TWO DAYS BEFORE the Johannesburg Test began, Ajinkya Rahane visited Nelson Mandela’s house—now a museum—in the district of Soweto. He did not simply hop into a taxi and make his way there; being the introvert that he is, Rahane requested veteran cricket journalist Sunandan Lele to accompany him. Generous by nature, Lele made all the necessary arrangements for Rahane’s day out, calling ahead and letting the museum’s management know that an Indian Test cricketer was keen on a tour. The management in turn ensured that Rahane’s visit would receive the privileges fit for a man of his stature—a personal guide and privacy. So far, so good.
“Then we got there, Ajinkya, his wife Radhika and I,” says Lele, grinning. “Just as we were about to enter the house, Ajinkya realised this was going to be a private tour, for the three of us, and I could see he was already a little uncomfortable. And when he noticed we didn’t have to buy tickets, he came up to me and very sincerely said in Marathi, ‘Are you sure this is okay? I really hope they don’t think I am abusing my privileges’.”
Lele, a little taken aback by just how bashful Rahane was, had to spend the next few seconds convincing him that it was indeed okay. And that he was by no means doing anything wrong. “Ajinkya is so docile that I had to almost drag him inside,” says Lele. “He is one of those rare cricketers who is a human being first, and a very shy one at that.”
In many ways, Rahane is a misfit in an Indian team that celebrates off-field machismo as much as it does on-field performances. Rahane neither has the muscles nor the tattoos. He doesn’t have a designer hairdo and the edges of his moustache are curved, not twirled. When he exits the team bus, he flashes an old-school smile at the waiting cameras, even as his teammates rattle their wrists—with thumb and little finger sticking out—in some new- age greeting. A story goes that even after he had become an international cricketer—and well before he got married—and had earned enough money to yank his family out of lower middle-class obscurity, Rahane continued to receive ‘pocket money’ from his father.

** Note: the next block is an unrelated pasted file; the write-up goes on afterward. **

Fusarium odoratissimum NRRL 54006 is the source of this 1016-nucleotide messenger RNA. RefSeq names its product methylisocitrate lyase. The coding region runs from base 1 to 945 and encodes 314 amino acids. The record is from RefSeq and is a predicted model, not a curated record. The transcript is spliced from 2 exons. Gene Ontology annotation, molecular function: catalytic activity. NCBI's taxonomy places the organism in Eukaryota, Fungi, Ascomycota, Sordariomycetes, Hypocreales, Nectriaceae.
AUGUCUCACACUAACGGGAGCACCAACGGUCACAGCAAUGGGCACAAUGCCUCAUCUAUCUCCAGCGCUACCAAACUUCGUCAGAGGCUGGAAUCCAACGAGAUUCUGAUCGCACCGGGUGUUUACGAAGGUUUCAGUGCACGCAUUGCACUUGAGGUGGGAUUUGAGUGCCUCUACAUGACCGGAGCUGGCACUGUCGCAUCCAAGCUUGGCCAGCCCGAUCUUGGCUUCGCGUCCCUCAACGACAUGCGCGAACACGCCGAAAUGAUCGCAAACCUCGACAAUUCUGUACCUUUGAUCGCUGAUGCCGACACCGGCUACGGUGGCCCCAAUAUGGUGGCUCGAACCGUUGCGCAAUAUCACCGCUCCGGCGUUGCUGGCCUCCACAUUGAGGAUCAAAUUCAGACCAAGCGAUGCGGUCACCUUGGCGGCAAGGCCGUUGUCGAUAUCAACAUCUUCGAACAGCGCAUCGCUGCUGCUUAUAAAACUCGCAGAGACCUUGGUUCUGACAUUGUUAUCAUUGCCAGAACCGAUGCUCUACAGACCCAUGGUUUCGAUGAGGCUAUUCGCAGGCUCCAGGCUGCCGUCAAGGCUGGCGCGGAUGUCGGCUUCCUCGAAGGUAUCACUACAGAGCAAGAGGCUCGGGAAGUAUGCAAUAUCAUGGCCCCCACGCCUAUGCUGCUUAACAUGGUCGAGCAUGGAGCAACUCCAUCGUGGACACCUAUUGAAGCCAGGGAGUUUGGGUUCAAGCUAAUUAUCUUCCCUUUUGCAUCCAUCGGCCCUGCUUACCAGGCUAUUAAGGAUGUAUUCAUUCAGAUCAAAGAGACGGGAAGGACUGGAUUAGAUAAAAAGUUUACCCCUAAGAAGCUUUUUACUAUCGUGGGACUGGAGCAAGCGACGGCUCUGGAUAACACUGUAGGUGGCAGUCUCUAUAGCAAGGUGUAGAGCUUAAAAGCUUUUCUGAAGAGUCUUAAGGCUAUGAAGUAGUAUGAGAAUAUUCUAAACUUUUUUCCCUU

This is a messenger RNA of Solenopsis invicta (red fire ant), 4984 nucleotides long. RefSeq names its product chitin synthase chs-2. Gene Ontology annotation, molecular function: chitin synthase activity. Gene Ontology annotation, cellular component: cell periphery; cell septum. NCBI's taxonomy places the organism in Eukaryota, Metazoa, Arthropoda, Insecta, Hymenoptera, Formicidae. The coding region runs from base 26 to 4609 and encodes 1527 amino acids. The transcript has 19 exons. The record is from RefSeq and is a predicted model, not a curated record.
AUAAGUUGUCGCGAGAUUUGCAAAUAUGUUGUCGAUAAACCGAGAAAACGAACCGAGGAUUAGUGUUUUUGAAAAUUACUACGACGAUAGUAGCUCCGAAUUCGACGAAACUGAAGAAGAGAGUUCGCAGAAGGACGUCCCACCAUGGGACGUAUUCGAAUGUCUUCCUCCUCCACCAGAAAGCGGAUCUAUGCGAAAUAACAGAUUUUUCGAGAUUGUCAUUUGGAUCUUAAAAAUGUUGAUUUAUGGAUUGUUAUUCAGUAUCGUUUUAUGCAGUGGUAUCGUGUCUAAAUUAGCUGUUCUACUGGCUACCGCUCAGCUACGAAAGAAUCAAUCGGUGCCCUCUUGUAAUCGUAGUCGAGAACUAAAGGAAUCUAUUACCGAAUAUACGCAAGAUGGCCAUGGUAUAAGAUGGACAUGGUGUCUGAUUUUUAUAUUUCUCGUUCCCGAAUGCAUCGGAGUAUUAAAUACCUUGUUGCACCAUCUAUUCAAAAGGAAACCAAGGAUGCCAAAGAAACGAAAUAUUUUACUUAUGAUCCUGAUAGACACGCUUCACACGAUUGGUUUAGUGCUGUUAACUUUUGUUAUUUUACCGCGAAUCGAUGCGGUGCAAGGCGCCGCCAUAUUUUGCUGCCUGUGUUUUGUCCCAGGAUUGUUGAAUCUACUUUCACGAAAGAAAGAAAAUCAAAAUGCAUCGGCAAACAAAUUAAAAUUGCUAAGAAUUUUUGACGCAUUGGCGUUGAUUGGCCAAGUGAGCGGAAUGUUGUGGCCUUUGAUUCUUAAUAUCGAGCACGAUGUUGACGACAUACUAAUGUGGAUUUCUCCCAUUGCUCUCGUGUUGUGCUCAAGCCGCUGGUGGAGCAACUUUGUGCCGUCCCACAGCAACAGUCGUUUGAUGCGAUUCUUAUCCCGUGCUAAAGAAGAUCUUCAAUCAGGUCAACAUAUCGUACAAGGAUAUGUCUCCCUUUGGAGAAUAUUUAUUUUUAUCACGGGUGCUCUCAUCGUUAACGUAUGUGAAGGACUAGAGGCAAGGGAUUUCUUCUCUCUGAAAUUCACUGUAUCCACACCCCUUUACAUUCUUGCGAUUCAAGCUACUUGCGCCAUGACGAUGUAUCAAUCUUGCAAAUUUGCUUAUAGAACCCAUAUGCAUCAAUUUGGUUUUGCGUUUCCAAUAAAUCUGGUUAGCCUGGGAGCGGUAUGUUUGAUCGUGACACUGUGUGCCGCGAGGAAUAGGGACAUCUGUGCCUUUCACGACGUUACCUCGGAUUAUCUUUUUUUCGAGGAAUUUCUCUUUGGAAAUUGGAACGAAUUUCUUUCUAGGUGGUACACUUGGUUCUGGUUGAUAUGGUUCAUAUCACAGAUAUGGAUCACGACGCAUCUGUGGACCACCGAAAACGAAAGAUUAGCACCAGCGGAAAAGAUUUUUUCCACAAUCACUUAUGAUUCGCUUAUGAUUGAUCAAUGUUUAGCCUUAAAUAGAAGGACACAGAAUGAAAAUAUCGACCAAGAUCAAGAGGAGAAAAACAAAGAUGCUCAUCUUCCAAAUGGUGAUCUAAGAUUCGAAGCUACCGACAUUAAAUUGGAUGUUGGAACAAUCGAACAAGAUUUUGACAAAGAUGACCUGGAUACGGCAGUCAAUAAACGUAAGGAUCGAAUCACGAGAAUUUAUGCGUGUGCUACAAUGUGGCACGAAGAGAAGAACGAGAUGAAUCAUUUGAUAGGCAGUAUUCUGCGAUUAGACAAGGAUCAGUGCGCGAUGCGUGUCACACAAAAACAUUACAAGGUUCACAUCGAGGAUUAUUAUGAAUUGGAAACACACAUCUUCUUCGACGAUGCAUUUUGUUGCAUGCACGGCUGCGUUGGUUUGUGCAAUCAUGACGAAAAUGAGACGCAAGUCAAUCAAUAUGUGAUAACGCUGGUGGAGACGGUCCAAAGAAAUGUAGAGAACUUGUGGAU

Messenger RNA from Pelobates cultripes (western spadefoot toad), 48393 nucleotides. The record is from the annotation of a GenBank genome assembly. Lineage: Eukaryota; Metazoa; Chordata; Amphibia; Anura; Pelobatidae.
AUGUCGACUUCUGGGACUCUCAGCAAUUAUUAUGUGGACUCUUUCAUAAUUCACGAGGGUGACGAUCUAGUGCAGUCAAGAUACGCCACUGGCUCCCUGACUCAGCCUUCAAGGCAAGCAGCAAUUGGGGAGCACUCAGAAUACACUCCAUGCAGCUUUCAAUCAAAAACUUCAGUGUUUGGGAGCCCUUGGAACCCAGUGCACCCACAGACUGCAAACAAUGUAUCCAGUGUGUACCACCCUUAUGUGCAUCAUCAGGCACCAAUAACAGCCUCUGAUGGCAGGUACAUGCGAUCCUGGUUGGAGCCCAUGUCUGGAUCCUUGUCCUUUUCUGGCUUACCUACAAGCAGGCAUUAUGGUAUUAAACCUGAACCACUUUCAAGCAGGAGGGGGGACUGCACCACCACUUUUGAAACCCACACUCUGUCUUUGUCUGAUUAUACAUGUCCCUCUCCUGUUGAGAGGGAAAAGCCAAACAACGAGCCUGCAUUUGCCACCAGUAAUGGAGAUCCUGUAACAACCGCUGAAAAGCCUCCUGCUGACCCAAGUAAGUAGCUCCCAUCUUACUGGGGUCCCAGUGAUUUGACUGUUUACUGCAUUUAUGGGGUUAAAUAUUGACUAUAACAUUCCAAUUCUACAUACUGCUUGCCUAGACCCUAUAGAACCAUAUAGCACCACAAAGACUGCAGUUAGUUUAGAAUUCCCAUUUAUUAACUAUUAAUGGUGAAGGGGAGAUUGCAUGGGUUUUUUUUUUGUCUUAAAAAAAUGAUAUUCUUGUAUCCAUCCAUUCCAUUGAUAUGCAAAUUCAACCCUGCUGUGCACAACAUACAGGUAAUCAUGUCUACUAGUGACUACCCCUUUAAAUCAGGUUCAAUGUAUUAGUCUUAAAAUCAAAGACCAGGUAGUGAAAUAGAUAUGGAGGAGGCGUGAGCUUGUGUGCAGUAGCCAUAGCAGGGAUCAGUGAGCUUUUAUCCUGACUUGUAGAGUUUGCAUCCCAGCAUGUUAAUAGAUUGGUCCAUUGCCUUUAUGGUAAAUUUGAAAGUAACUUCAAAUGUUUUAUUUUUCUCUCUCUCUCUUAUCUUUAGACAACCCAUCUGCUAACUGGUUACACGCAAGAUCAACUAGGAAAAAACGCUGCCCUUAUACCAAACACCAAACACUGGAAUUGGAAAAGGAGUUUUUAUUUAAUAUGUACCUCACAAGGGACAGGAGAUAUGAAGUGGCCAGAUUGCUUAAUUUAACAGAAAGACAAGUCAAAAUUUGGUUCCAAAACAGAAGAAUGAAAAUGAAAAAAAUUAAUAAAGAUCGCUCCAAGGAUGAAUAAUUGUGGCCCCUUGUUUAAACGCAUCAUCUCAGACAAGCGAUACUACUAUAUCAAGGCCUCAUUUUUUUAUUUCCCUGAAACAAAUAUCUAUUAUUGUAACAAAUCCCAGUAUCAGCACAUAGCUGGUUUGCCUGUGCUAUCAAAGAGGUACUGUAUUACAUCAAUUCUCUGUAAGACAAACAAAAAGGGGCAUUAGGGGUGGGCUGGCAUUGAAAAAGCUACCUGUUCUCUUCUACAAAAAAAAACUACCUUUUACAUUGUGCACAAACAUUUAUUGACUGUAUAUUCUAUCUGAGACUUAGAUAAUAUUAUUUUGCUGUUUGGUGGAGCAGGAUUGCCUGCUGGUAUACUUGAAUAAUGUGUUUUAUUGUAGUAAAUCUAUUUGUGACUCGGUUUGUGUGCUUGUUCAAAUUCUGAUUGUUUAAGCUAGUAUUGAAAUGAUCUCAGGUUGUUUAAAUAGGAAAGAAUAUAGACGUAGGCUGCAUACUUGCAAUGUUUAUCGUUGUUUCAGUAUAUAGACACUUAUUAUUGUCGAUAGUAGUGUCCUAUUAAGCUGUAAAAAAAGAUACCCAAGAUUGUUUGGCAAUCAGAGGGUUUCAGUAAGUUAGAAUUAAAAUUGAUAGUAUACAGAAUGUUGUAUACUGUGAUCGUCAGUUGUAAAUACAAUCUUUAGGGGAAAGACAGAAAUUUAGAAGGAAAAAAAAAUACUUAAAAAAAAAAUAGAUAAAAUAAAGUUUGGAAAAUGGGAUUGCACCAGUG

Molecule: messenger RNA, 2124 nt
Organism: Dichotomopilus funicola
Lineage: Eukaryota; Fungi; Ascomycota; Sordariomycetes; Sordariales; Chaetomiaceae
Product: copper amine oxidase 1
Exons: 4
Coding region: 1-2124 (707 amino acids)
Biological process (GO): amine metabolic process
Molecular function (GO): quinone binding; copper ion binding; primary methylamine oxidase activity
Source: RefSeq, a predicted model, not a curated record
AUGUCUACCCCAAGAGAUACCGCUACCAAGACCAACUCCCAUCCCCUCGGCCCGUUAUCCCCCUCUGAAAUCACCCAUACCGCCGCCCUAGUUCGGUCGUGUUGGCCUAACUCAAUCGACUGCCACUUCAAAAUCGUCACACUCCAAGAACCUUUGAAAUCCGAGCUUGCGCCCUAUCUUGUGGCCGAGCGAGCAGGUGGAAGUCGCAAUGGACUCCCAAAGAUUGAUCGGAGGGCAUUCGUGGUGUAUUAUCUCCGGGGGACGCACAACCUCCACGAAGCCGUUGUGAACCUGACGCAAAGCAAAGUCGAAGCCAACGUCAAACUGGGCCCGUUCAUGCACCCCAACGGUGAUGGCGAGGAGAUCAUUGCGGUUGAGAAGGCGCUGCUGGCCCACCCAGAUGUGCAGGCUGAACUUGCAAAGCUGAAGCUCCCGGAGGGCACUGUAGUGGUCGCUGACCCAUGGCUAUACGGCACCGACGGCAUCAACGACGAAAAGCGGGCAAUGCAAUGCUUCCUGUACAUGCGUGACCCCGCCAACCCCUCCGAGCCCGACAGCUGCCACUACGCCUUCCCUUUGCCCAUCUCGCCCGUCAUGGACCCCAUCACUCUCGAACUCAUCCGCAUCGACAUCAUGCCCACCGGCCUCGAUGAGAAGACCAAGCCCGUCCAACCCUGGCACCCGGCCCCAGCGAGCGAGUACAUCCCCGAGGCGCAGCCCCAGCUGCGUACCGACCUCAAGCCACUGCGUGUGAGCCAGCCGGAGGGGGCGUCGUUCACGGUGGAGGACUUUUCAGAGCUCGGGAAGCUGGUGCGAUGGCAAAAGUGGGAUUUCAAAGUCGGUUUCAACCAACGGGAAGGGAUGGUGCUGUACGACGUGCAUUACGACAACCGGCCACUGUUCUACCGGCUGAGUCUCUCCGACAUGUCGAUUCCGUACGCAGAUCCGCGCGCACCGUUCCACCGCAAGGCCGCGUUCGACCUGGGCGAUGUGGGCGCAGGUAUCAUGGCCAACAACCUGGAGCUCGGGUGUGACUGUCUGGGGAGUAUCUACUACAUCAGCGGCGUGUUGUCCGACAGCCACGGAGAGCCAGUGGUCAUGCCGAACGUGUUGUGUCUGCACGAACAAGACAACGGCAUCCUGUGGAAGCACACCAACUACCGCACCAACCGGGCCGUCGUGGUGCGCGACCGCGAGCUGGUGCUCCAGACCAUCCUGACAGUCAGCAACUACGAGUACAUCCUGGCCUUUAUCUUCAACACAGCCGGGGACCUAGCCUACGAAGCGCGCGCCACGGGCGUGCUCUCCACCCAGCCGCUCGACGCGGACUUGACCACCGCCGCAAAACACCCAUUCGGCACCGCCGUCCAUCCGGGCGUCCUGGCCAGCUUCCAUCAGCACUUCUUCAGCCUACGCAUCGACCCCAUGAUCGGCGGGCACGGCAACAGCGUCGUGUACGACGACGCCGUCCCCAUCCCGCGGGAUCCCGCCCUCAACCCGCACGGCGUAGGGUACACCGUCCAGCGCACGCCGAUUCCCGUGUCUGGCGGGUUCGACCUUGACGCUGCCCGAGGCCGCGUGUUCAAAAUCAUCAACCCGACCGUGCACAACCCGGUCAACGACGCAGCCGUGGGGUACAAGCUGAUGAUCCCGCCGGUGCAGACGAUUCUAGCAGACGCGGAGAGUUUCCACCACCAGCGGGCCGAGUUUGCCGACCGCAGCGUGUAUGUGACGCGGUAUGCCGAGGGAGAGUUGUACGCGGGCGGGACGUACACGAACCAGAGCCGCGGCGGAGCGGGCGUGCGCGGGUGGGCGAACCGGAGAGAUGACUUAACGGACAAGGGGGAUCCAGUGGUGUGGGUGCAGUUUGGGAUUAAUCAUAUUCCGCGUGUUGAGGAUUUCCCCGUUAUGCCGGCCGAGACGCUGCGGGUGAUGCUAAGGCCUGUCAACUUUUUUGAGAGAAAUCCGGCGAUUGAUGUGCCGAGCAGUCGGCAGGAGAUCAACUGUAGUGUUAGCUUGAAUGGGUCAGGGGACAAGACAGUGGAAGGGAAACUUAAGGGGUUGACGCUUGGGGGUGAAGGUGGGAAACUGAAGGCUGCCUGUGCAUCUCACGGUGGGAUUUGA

“Even after he became a big star and all of that, he has remained a sadhu,” says Lele. “But what amazes me most is how this small-in-ego, small-in-size, submissive and shy sadhu transforms instantly into a shaitaan (demon) when he has a cricket bat in his hand. Every time, it simply amazes me.”
For the first two Test matches of India’s much-awaited tour of South Africa, that shaitaan wasn’t unleashed. Rahane, vice-captain of the Indian team and the country’s best batsman in tricky overseas conditions in the past, was left out of Virat Kohli’s playing eleven due to a most controversial selection procedure of picking players on recent form.
Rohit Sharma, who had stuffed himself sick with runs against the visiting Sri Lankans on India’s batting-friendly wickets in ODIs and T20Is, made the cut ahead of Rahane, who, it must be said, was woefully out of form, and India promptly lost both these Test matches, in Cape Town and Centurion, mainly due to their middle-order’s inability to bat on such spicy wickets. Rahane’s nickname isn’t ‘Jinx’ without reason.
Kohli was, of course, questioned by the travelling press (on Rohit’s presence, on Rahane’s absence and on Rohit’s presence causing Rahane’s absence) after the series-loss in Centurion and it will be fair to say that he didn’t find it to his liking one bit. “You tell me what is our best eleven?” he shot back at an Indian reporter when asked if he had failed to play India’s best team and also snapped at a South African journalist by saying he was here “to answer questions and not to fight”. Now, whether Kohli left Rahane out simply based on form or personal reasons, we will never know, but the word from the Indian camp was that Rahane, in the nets before each of the first two Test matches, was throwing his hands at the ball and not playing it—a telltale sign of a batsman out of touch.